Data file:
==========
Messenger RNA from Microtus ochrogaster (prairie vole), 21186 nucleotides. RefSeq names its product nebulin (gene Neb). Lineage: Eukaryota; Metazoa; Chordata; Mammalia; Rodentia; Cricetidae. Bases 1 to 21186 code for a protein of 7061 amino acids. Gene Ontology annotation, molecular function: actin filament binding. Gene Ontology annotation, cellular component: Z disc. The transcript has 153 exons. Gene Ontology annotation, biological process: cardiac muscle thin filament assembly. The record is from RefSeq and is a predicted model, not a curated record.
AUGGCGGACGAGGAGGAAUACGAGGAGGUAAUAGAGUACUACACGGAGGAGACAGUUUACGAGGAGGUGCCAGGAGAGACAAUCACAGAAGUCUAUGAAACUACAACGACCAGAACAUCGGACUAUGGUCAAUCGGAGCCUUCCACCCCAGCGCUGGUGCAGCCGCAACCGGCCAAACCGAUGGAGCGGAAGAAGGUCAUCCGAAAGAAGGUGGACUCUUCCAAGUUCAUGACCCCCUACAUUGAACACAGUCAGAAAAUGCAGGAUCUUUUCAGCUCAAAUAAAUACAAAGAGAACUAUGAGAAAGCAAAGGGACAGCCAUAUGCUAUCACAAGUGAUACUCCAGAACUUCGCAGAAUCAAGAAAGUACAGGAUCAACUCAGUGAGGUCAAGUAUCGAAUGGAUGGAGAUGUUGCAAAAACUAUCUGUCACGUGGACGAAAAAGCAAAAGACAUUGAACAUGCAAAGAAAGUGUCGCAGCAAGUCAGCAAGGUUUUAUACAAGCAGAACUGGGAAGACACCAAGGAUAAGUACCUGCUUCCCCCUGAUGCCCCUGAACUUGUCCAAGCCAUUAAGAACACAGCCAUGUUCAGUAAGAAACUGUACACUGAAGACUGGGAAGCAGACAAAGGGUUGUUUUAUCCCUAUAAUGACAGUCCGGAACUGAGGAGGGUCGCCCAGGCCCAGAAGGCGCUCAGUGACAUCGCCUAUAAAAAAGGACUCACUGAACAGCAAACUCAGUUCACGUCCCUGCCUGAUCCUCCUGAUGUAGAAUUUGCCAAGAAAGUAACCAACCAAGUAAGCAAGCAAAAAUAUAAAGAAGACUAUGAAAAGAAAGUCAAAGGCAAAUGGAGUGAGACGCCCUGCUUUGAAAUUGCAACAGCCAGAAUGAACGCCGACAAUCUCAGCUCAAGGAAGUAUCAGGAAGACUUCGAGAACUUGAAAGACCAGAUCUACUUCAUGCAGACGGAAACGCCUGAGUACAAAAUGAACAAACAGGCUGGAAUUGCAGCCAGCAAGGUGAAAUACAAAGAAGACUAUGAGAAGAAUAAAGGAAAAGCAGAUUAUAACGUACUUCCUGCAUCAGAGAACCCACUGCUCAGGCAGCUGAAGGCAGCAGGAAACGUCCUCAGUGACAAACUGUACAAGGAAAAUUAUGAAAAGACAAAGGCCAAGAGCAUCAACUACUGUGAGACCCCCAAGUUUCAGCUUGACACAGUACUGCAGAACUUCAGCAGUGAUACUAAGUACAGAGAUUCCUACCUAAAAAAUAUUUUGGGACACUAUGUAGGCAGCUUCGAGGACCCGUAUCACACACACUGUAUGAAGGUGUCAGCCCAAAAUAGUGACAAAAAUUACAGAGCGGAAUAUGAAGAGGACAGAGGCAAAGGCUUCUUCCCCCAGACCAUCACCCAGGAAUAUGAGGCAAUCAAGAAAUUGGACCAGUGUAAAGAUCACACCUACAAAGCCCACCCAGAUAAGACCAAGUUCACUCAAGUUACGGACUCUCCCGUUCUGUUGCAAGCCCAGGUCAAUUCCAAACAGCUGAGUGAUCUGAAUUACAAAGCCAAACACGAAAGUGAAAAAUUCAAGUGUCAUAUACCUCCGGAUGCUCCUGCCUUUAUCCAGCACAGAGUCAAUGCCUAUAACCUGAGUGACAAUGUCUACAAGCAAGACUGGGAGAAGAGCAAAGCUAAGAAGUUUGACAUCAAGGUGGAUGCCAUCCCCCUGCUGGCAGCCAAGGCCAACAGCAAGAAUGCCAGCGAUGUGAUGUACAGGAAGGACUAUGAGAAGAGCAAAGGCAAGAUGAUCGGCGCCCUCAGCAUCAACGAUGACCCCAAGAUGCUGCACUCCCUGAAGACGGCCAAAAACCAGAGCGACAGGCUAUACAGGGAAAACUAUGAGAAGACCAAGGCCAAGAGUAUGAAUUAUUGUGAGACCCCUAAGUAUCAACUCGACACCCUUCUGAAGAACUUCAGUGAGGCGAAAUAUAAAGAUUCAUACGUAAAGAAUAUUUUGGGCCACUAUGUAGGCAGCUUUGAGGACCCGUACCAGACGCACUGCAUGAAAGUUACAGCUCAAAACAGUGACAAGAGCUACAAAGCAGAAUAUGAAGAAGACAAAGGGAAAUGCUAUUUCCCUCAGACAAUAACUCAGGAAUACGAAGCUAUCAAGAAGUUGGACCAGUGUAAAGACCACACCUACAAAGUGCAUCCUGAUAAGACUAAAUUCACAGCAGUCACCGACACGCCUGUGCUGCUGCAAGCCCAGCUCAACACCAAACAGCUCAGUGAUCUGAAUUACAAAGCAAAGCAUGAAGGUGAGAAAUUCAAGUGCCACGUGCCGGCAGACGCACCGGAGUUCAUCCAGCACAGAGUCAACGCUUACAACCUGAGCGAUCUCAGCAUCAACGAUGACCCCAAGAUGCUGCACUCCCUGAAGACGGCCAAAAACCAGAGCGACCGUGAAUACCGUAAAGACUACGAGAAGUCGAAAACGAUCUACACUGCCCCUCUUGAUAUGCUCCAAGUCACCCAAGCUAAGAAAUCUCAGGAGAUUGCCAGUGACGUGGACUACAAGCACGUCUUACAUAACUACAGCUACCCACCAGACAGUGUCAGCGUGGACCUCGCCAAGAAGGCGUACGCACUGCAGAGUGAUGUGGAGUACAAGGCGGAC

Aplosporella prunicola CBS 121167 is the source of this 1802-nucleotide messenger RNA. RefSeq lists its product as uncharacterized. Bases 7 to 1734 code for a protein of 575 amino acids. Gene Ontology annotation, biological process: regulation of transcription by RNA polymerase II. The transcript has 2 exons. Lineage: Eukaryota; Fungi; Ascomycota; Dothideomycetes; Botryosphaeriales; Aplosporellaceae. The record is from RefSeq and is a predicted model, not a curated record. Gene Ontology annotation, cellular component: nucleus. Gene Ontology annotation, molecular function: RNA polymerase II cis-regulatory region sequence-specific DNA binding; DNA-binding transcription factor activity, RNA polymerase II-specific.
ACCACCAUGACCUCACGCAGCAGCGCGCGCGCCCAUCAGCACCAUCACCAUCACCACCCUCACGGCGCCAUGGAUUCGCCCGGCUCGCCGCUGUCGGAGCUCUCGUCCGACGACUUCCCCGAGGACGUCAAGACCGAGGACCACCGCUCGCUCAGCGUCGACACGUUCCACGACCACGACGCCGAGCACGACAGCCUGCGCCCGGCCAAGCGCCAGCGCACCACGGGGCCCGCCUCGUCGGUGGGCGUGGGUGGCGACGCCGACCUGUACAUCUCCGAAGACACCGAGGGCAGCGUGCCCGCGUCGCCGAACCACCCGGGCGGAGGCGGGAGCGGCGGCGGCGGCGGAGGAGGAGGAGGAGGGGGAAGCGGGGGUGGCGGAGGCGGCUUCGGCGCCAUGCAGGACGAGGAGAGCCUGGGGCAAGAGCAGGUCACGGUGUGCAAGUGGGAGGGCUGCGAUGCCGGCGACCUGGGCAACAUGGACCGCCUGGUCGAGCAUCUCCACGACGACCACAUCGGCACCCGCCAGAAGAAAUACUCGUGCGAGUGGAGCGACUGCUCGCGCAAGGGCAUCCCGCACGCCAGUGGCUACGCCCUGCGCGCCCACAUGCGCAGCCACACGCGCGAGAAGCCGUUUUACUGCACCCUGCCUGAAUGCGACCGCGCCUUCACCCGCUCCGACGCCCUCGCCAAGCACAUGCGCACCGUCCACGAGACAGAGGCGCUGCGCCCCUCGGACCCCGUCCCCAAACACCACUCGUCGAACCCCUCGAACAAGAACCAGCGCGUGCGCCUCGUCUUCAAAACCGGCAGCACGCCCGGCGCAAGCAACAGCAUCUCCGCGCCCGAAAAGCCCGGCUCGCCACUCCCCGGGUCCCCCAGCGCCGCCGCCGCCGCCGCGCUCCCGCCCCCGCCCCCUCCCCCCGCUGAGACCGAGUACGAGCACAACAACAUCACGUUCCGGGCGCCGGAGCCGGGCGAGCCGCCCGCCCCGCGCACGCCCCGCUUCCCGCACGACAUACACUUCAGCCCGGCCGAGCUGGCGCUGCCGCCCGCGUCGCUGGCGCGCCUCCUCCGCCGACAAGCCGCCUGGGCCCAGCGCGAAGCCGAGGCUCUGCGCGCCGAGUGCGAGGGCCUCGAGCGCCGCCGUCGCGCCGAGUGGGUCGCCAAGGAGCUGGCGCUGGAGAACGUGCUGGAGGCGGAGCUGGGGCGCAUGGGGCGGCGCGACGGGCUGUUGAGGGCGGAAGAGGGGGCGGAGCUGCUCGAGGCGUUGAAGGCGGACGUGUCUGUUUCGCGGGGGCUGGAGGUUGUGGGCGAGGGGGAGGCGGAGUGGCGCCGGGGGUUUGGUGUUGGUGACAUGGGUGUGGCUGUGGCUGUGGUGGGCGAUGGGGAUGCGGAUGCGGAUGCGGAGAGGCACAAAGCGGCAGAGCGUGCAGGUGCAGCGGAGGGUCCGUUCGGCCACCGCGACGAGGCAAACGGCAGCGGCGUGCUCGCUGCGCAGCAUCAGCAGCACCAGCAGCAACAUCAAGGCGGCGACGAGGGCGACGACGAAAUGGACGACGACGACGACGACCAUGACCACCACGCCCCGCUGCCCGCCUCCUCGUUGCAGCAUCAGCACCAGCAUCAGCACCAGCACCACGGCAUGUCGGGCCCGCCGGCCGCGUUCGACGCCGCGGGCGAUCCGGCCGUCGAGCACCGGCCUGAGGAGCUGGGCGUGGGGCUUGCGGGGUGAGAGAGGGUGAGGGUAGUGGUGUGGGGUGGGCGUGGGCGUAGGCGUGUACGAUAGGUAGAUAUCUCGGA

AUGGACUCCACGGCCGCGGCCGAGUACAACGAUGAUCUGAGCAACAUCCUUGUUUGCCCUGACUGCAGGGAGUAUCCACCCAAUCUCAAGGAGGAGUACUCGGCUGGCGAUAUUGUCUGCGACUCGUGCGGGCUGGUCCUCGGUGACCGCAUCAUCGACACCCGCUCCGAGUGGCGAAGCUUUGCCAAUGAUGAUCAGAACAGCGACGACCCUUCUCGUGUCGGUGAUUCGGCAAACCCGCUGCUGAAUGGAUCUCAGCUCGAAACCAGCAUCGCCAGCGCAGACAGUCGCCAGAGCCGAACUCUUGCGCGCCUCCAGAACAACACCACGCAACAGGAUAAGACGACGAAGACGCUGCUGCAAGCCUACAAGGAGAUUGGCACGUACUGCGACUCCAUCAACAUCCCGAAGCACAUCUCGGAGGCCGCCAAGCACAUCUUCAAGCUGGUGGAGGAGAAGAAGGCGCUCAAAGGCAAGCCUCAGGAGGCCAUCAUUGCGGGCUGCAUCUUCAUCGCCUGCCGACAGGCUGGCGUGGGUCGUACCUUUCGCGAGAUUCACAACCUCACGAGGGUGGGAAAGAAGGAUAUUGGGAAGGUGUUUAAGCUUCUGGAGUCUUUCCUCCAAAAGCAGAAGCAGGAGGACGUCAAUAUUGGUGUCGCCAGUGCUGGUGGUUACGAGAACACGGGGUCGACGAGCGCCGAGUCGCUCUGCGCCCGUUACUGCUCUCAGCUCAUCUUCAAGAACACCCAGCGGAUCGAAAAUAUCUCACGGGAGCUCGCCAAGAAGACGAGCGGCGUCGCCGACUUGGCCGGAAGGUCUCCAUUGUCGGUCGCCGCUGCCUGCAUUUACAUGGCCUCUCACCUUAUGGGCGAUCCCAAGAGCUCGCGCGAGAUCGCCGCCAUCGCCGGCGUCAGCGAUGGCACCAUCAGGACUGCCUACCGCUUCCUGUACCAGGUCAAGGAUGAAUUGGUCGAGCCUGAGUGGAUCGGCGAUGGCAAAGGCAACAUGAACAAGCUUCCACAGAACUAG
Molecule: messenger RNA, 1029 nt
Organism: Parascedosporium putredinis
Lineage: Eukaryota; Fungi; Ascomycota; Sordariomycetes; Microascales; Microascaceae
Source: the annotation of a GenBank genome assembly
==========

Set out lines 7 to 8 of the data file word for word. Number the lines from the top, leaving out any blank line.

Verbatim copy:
Organism: Parascedosporium putredinis
Lineage: Eukaryota; Fungi; Ascomycota; Sordariomycetes; Microascales; Microascaceae